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Mead Final Project Winner Kiki Shervington-White

Woman watching a film with headphones
Woman watching a film with headphones
Kiki Shervington-White. Photo by Praise Manu.
Written by
Rochelle Gray, Creative Shift, Careers & Employability
Published date
13 December 2019

Kiki Shervington-White is a recent London College of Communication (LCC) graduate and Mead Final Project awardee.

Through the support of Creative Shift, Kiki recently jetted off to L.A. where her award-winning short film ‘GIRLS’ was screened as part of the Represent Film Festival.

Here, Kiki shares how winning the Mead Final Project Award helped her and how support from Creative Shift took her project to the next level...

How did winning the Mead Final Project Award help you?

Winning the Mead Final Project Award meant that I was able to access the resources needed to turn my vision into reality. I wanted to end my final project with a film and knew that documentary film was the best way to illustrate and explore my chosen topic. However, I was concerned about my level of expertise and the skills, travel and equipment required.

Receiving the Mead Final Project Award meant that I could travel to meet people, and most crucially, I was able to hire people with some of the skills I did not have, putting art direction into practice. This award resulted in a project that helped me achieve a First Class Degree in BA Design for Art Direction at LCC. Since then, I've been able to continue capitalising on this project.

Would you advise others to apply for a Mead Award?

I would definitely advise everyone thinking about it to apply for a Mead Award. Sometimes you see these opportunities but hesitate to apply because you think you won't get it; but without applying, you certainly never will. And when you do get it, it's an amazing feeling. It gives you extra motivation, as well as resources, to produce something to the best of your ability. It demonstrates that there are other people (a panel of experienced people) who think your idea is worth investing in, which builds your courage and confidence. Even if you don't get it, it's still a great opportunity to practice writing project proposals, budgeting and pitching your ideas.  So I would say to anyone, if you have an idea, please apply!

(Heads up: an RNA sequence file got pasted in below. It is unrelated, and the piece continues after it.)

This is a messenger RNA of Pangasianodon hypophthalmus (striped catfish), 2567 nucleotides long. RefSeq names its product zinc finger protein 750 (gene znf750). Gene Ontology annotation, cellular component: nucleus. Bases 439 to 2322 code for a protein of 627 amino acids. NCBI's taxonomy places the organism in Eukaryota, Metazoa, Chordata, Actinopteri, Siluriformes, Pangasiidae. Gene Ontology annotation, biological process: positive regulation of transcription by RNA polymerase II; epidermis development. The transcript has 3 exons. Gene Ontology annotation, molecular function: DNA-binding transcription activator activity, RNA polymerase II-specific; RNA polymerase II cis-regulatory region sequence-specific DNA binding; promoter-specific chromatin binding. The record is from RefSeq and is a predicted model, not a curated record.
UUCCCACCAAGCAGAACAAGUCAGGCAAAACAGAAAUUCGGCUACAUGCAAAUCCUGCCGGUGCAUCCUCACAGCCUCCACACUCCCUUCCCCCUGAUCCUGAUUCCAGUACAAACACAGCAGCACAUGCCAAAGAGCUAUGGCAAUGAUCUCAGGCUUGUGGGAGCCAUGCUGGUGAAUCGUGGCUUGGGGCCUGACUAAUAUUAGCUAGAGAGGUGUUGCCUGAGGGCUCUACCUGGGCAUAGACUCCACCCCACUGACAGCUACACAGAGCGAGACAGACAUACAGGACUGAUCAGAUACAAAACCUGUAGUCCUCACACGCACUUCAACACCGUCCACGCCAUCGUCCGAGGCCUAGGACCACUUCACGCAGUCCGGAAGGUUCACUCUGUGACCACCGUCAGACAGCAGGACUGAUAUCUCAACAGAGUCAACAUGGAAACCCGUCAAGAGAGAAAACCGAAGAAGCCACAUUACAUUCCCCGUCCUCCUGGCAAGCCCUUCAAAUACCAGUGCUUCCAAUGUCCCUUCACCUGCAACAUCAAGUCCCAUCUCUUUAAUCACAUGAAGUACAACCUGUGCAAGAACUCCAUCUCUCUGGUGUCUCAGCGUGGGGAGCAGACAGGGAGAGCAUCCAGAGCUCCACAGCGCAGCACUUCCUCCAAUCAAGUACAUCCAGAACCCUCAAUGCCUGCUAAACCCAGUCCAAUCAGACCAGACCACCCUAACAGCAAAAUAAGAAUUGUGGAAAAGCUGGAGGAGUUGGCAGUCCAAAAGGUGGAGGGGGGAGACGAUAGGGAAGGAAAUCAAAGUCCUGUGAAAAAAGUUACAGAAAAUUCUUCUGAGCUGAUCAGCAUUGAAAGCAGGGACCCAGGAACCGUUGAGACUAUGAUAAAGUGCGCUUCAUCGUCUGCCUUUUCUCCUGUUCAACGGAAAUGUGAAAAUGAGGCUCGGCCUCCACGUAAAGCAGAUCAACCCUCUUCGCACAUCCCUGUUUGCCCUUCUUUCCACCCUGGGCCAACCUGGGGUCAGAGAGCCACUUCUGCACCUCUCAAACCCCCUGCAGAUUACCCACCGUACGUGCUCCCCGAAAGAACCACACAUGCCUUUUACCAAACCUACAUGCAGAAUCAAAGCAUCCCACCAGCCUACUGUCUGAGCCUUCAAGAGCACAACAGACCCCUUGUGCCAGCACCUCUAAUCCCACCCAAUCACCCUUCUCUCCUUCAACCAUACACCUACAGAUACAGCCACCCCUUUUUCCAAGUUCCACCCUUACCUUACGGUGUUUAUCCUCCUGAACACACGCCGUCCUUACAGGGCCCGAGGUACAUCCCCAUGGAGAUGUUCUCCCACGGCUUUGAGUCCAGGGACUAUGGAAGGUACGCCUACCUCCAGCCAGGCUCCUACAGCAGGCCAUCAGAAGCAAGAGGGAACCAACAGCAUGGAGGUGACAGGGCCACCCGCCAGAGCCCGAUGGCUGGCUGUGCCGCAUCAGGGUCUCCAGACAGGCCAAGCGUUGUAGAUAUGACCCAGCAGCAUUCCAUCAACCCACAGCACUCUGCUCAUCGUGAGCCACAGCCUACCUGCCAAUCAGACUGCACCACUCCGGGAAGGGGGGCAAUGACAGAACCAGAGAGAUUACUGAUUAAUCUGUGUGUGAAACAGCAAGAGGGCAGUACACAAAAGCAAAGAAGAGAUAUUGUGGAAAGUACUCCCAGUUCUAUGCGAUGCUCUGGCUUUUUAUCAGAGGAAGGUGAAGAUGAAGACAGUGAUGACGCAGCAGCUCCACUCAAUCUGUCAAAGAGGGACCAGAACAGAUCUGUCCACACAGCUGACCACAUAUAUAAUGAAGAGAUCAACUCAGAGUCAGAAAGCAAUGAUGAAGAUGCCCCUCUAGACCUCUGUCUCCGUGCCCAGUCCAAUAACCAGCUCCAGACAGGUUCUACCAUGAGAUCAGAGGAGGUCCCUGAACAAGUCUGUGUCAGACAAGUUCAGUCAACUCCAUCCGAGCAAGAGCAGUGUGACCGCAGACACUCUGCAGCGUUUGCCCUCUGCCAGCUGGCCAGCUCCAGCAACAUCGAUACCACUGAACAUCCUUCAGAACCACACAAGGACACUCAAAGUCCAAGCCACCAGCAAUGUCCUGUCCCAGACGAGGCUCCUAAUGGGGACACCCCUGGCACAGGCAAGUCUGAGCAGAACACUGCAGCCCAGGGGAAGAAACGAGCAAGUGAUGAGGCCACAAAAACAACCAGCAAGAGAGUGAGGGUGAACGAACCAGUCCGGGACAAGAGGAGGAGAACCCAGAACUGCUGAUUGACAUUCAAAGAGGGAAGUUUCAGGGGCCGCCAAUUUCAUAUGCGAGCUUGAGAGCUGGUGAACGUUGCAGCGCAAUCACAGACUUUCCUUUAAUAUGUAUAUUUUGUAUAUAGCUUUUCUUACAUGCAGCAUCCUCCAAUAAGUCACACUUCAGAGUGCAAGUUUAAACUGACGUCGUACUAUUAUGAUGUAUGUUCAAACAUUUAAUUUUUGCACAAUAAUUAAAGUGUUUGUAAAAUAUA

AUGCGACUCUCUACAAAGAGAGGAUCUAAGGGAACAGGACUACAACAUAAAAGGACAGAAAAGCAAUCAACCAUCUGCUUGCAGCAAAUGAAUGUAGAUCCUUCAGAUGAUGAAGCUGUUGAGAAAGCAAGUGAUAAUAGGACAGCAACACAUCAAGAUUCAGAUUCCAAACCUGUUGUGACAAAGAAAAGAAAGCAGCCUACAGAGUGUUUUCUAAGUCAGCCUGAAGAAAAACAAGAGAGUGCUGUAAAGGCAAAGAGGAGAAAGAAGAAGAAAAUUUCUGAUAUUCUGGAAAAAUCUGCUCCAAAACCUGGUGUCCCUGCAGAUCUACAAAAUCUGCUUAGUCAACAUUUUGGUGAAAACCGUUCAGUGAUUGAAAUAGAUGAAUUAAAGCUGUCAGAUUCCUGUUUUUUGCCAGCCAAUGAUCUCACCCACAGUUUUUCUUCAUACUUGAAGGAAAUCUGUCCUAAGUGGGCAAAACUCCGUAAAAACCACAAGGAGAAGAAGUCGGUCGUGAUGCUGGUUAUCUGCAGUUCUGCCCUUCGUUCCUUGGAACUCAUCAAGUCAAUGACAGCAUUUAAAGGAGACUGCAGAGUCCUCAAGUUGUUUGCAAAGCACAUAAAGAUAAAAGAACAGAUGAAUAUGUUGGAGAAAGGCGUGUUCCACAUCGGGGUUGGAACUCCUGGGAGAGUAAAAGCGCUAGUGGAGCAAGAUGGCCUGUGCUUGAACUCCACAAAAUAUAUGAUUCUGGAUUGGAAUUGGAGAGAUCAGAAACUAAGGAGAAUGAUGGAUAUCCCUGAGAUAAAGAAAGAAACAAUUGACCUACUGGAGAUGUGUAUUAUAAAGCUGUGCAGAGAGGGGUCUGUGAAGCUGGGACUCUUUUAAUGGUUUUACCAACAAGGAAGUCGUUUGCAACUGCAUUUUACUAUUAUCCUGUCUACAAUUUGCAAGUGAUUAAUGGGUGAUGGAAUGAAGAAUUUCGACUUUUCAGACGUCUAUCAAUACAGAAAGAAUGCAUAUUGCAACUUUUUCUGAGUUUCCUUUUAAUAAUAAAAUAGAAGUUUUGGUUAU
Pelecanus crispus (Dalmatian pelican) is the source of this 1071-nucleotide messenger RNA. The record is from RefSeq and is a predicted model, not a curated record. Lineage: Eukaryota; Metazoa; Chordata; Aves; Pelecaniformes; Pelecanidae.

What have you been up to since completing your Mead Award project?

Since graduating, I have moved back to Birmingham, and I'm working part-time as well as doing bits of freelance design work. I've also been doing some travelling to Jamaica and the USA. Most importantly, after completing my Mead Award Project, I submitted the film I made 'GIRLS' into the Represent film festival in Los Angeles. It's a short-film festival 'dedicated to shifting the narratives told about people of colour through stories that reflect on our ever-growing dreams, realities and imaginations'. The festival is organised by the Anti Racist Classroom, a student-led organisation at the Art Centre College of Design. My film was selected and screened in LA and I was able to attend with extra support from Creative Shift.

How did the Creative Shift funding support you in screening your show at the Represent Film Festival in LA?

I really wanted to embrace this achievement and travel to LA, so I applied for support from Creative Shift to match the cost of my trip. I was lucky to receive this as it enabled me to meet other young black filmmakers of the African diaspora, but also to build connections in more corporate spaces like Walt Disney. The festival also included workshops and talks that were really impactful and made me think about aspects of my future in a new way.

What was your highlight of this experience?

It's hard for me to pinpoint one specific highlight. But I feel the most significant thing is that my film was selected by a knowledgeable panel - another confirmation that acts as a courage and confidence builder. When drafting my initial ideas for the final major project, never in my life would I have thought that people on the other side of the world would be able to watch what I had created. I'm grateful for the platform the Mead Final Project Award has given me, as well as the support from my tutors and peers. I'm excited and confident about what's coming next.

See Kiki's work

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